I don't think I have a bad sound, per se. I mean, with all four tracks, its sounds heavy as hell. But besides HPF/LPF, EQ, and Compression, I was curious as to whether or not there's anything else to add to spice it up to get it ear-bleeding awesome. Delay is good'ol standby when you have only 2 tracks or so.... might be overkill with 4 tracks panned accordingly. Reverb is a neccessity live, but should it be in a recording? Maybe a chorus? a Tube Warmer? Lots of plugins... which is why I'm asking: What would you do?


EDIT - Are you recording a single guitar take? If you are doing that and it's not so much the tone that's lacking but the fact that it doesn't sound as big as you'd like, try doing double takes. I'd do this over taking the signal from two mics first (not to say that you shouldn't try using the two mics).
Two takes, two different guitars, same mic position for both the SM57 and AT2020. So basically, two different guitarists recording dual tracks from the same amp (6505+). The variation in sound is mostly from their guitars, not so much different mic positioning.
The first thing I would do is move that 2020 in to the same distance as the 57. With two mics I always mic two different cones in the cabinet.
I actually had the AT2020 almost 4 ft away (just to capture ambiance). I ended up moving it about 2' back to keep it in phase with the SM57. So basically, I can tweak the highs and lows of the guitar by adjusting the gain on the two tracks. It works out kinda nice cause I can set the HPF/LPF different on the two tracks.
I'm not sure I understand your panning. Could you explain that again?
The two AT2020 are panned hard R and L. The SM57 tracks are panned 70 degrees R and L, respectively. This essentially puts the bassier SM57 tracks closer to center with the high AT2020 tracks more outward. I thought about doing it the opposite way.... but most instruments are panned bass toward the center. Figured I'd just keep with that theory (though it could be creating competition with the other instruments).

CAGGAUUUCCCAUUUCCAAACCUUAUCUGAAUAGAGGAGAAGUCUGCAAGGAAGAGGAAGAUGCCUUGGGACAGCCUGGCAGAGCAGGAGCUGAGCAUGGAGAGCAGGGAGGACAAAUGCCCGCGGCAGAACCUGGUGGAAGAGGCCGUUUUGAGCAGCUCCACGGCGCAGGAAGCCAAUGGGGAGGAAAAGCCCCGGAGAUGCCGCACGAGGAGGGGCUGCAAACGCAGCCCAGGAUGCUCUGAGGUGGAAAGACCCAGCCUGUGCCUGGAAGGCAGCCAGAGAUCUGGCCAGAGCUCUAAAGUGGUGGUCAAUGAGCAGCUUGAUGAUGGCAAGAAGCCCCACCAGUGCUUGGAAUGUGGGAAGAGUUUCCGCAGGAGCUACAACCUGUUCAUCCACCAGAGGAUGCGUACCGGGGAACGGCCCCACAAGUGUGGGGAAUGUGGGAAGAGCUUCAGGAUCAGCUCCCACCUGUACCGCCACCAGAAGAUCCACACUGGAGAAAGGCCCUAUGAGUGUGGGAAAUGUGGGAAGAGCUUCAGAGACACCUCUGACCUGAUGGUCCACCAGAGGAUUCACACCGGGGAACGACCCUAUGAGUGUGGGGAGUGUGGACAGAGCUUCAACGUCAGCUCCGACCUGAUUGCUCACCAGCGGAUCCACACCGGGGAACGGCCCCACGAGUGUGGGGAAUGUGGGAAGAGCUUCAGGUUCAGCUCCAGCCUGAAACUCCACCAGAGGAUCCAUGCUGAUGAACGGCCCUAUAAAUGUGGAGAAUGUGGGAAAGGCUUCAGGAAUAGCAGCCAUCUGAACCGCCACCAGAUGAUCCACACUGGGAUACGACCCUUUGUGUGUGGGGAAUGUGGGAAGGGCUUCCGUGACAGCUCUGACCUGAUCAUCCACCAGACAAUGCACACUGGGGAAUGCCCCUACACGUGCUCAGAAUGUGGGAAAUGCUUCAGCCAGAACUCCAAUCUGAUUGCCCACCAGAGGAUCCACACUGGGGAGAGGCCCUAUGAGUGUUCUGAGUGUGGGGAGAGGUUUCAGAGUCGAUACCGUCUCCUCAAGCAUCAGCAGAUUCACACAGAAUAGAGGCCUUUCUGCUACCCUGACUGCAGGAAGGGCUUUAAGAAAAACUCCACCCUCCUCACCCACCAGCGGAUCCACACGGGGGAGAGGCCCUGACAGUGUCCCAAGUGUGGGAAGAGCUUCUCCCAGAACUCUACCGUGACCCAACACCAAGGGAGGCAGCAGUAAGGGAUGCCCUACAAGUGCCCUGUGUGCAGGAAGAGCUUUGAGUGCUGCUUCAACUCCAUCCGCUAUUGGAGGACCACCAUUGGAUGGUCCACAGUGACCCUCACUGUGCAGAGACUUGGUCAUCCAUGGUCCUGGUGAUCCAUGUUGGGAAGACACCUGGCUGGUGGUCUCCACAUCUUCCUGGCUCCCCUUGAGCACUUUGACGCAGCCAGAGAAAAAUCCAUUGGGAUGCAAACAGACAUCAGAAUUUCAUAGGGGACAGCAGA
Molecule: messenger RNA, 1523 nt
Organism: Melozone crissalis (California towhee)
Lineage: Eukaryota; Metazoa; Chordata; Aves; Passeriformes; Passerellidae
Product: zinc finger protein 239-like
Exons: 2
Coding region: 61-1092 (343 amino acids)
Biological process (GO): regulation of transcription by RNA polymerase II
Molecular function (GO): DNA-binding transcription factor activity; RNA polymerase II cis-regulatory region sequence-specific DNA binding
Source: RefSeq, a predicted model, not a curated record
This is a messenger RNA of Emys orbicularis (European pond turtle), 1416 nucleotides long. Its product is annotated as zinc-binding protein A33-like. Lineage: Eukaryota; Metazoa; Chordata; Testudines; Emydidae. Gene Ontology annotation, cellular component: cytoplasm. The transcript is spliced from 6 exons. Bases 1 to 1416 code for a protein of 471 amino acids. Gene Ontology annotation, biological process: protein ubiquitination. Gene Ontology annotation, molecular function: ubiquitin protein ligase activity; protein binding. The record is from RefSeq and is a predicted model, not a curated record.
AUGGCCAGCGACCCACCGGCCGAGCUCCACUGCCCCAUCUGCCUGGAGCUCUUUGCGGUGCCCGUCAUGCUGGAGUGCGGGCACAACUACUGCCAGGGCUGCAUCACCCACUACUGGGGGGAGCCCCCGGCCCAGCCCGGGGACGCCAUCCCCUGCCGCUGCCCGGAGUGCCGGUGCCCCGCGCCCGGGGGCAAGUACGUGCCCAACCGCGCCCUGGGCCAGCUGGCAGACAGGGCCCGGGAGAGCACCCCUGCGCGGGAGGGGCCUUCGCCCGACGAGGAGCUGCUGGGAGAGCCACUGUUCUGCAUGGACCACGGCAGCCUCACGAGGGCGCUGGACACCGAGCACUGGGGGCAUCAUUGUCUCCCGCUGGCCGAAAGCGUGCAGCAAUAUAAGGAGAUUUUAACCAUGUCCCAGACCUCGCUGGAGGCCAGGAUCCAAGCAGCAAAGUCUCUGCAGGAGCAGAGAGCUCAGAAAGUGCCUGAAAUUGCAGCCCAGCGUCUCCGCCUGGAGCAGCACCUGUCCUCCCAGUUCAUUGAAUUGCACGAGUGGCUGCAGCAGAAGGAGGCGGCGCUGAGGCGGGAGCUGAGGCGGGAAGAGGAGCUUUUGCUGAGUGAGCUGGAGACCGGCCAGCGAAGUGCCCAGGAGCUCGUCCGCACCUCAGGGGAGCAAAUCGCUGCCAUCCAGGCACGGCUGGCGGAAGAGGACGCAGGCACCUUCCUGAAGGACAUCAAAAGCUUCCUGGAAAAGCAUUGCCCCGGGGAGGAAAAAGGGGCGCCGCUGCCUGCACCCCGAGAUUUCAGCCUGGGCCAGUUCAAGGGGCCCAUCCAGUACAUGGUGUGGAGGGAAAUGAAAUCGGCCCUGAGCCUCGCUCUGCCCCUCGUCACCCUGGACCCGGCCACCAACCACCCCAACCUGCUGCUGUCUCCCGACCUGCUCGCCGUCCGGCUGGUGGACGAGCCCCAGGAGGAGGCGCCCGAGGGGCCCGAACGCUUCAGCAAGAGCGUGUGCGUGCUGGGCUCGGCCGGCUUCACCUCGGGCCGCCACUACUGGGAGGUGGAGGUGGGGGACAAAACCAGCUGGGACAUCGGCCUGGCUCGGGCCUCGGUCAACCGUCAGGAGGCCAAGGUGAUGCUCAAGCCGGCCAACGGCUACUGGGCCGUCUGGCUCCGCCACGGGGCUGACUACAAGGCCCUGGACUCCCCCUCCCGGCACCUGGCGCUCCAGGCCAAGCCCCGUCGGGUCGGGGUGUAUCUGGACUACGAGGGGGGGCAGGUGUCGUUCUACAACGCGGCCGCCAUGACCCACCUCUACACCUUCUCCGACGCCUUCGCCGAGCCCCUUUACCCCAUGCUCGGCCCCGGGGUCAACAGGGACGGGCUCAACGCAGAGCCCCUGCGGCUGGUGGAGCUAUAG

It’s at this point that I quote the famous Ralph Kramden and say, “HominaHominaHomina.”


Some great advice in this thread and I couldn’t agree more about getting things right the first time and paying close attention to mic placement. I don’t work much with that scooped-mid metal sound personally but as far as plugins go I find the linuxDSP DT-1 LV2 stompbox plugin can be quite useful to help improve a lackluster guitar track if you’re already stuck with it.

You would assume that a plugin like the DT-1 would only be used to make a dry direct recorded guitar sound like an amp, and it does a good job of that however I find even on tracks that have been recorded from a miked amp the DT-1 and the speaker emulation does a nifty job of focusing the track and finding a little narrower and therefore more prominent bandwidth in the mix without adding more unwanted distortion. Simply jacking up the level control and dialing in the drive to whatever focus point you like works great.